It has been a tough year for Malaysia, and in fact, for the whole world, really.
But for us here, it’s been a combination of the pandemic, the economic fallout stemming from it, fissures in our already fragile race relations, a dreadful disaster with the recent floods, and significantly, a shambolic and unreliable government.
This convergence of a multitude of woes has made it a terribly hard year for Malaysians.
Perhaps the one epiphanous moment for me, this past year, was when I realised that our government is literally surplus to requirements. We seem to manage perfectly well without any involvement from them.
For example, in this recent flooding crisis, rather than being useful to us and acting fast to quell the spread of the calamity, collectively they actually got in the way and fudged things up.
The litany of blunders and missteps made by our somewhat inept politicians over the past two weeks, during this full-blown national crisis is public knowledge and made excellent fodder for meme-makers.
Our bloated cabinet is simply choc-a-block with gaffe prone ministers.
At this time of emergency, it was ordinary Malaysians that organised ourselves as best we could, and went to the aid of our fellow citizens.
Even as the government machinery was lackadaisical at best, individuals, groups of friends, non-government bodies, spiritual and religious organisations all bandied together and got down to providing boats, rescue operations, food-relief, temporary shelters and general assistance.
What we saw from our government on the other hand was absolutely abysmal.
It took them a good three days to even muster up their apparatus to get down to the ground and do their jobs. In this ensuing period, millions of ringgit of property and possessions were lost, people were displaced, and the death toll kept rising.
Of course, some in the government played the blame game. Others were supposedly on their year-end vacations overseas. Some opportunists simply posed for cameras and pretended to work. And yet others, who held important portfolios in disaster management were just nowhere to be seen.
A friend quite aptly said, “… the flood victims were crying for boats, but what they got instead was show-boating politicians”.
Malaysians had no time for all their shenanigans. We got to work and did our very best to help.
Who can forget the wonderful Gurdwara Sahib in Petaling Jaya that opened its doors to Malaysians of all races to join in and cook food for the flood victims? Thousands of meals went out from here.
Even before the government made any official announcement, local mosque leaders didn’t think twice about opening their doors for those in need, and turned their places of worship into temporary shelters for all flood victims, regardless of religion.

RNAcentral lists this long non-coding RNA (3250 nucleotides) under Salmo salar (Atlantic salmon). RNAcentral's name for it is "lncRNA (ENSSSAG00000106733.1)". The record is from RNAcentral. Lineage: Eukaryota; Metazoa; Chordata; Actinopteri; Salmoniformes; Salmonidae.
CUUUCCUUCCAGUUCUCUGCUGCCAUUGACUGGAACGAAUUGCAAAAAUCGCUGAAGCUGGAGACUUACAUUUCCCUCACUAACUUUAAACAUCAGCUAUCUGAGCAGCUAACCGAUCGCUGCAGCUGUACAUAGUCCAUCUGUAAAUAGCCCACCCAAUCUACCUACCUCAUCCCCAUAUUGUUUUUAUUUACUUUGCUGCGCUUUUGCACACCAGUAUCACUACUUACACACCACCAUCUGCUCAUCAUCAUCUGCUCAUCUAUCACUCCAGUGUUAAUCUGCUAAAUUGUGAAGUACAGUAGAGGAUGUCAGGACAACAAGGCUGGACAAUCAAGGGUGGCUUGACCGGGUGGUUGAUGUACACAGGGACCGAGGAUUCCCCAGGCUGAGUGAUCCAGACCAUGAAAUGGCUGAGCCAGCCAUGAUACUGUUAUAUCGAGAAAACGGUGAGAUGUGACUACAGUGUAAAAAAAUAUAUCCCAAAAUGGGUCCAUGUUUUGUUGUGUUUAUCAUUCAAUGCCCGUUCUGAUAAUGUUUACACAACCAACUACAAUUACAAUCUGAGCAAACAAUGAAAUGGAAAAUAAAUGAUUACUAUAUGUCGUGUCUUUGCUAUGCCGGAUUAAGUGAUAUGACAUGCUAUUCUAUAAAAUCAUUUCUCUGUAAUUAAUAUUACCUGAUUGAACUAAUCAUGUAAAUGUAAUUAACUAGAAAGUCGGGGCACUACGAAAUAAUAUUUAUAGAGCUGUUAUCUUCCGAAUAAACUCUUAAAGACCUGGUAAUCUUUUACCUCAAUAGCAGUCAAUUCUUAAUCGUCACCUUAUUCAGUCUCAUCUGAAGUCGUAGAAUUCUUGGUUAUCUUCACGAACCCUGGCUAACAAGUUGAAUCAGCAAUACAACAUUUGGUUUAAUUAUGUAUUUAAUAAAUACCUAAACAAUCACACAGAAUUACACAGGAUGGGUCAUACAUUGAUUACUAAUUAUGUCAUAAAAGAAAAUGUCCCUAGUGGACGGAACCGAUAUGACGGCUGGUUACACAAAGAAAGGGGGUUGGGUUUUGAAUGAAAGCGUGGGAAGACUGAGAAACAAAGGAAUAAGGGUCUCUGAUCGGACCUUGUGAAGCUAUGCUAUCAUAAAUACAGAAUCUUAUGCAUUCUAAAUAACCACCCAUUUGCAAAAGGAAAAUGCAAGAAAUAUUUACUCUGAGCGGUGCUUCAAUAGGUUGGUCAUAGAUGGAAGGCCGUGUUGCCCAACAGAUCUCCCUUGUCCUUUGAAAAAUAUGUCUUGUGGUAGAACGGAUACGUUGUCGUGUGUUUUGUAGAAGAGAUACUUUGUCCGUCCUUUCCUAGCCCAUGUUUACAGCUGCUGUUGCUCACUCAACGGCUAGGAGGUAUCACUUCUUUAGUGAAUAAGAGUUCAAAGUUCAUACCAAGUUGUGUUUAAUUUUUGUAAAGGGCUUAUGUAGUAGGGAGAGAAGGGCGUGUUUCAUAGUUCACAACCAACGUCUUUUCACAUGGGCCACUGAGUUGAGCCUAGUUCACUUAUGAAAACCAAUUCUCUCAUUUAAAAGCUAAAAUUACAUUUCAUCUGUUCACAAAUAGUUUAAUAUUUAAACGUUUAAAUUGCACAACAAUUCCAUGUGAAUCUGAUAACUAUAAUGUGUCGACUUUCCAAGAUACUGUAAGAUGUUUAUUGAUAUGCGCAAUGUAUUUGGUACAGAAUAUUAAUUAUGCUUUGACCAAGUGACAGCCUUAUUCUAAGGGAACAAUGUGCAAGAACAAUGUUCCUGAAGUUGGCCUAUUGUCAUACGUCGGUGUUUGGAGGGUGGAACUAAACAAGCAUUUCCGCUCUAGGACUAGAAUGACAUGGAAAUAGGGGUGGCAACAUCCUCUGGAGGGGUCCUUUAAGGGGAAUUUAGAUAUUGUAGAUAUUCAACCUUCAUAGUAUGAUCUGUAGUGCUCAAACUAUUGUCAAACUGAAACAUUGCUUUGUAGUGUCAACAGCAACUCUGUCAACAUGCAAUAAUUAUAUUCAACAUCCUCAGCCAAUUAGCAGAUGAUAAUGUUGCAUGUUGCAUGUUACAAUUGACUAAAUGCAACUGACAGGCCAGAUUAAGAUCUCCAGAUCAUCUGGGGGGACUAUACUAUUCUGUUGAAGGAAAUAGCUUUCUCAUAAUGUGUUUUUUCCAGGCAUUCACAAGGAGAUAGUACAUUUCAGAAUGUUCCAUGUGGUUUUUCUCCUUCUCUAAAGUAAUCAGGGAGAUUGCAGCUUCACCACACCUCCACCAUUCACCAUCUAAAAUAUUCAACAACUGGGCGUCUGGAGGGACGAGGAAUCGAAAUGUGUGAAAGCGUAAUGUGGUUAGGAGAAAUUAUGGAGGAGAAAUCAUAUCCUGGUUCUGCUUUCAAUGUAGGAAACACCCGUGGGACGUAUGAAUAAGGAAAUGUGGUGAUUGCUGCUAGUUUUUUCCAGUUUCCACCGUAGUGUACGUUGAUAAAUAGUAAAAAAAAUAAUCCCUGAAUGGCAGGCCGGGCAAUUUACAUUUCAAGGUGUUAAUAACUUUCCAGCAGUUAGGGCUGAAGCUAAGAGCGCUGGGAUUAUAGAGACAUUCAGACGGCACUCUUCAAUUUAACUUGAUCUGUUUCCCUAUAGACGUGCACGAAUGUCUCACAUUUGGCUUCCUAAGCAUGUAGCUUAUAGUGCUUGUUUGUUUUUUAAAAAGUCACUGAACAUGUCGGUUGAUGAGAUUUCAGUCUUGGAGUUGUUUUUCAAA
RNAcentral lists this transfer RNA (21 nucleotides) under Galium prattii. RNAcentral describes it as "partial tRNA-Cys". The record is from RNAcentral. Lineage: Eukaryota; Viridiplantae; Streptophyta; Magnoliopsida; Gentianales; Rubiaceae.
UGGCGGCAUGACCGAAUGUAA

As the water subsided, squads of Malaysians sprang into action, without prompting and just driven by their compassion for each other, to join massive clean-up operations in the affected areas.
All this was done, not because of our government, but in-spite of them.
It is a commonly held belief that a government has three fundamental responsibilities towards its citizens. It is supposed to provide; protect; and invest in talent and infrastructure. I think you would agree that it is doubtful if our current government is doing any of this.
How did our government “provide” for us during this national disaster?
People had to wait for help for up to 48 hours on their rooftops before anyone from the government showed up. But on the contrary, citizens mobilised boats and went on their private rescue missions to help anyone who needed it, almost immediately when the catastrophe struck.
Did our government “protect” us during this tragic time?
No, they got in the way of people helping others. Rescue boats were used for photo-opportunities. Ambulances were stopped to allow official motorcades ferrying ministers around, and pretend clean-up operations were stage-managed by some in power.
Has our government invested in “talent and infrastructure” that would thwart calamities like this?
I’d say it’s a loud no to this one. We saw a hopeless lack of coordination and disaster management. And government officials and agencies were awfully sluggish and chaotic in sorting the problems out.
And as for infrastructure, well, we all recognise now that it is the lack of planning, zoning and proper environmental assessment before building, which is a major cause of this “natural” disaster.
This, together with unchecked and clogged-up drains or waterways. And, irrigation and drainage pumps that are in a dreadful state of disrepair certainly made things worse than they already were.
So, the question we all need to ask ourselves is this; why do we need a government, if they can’t even do the most fundamental things in their job specification?
As we close this difficult year, we ought to say “thank you” to our fellow Malaysians who immediately came to our rescue, and we should thank our lucky stars that we share our nation with such thoughtful and kind people.
And perhaps, we should just say a resounding “no thank you” to our current politicians.
As 2021 draws to a close, let’s all wish for a better year ahead for Malaysia.
Source : FMT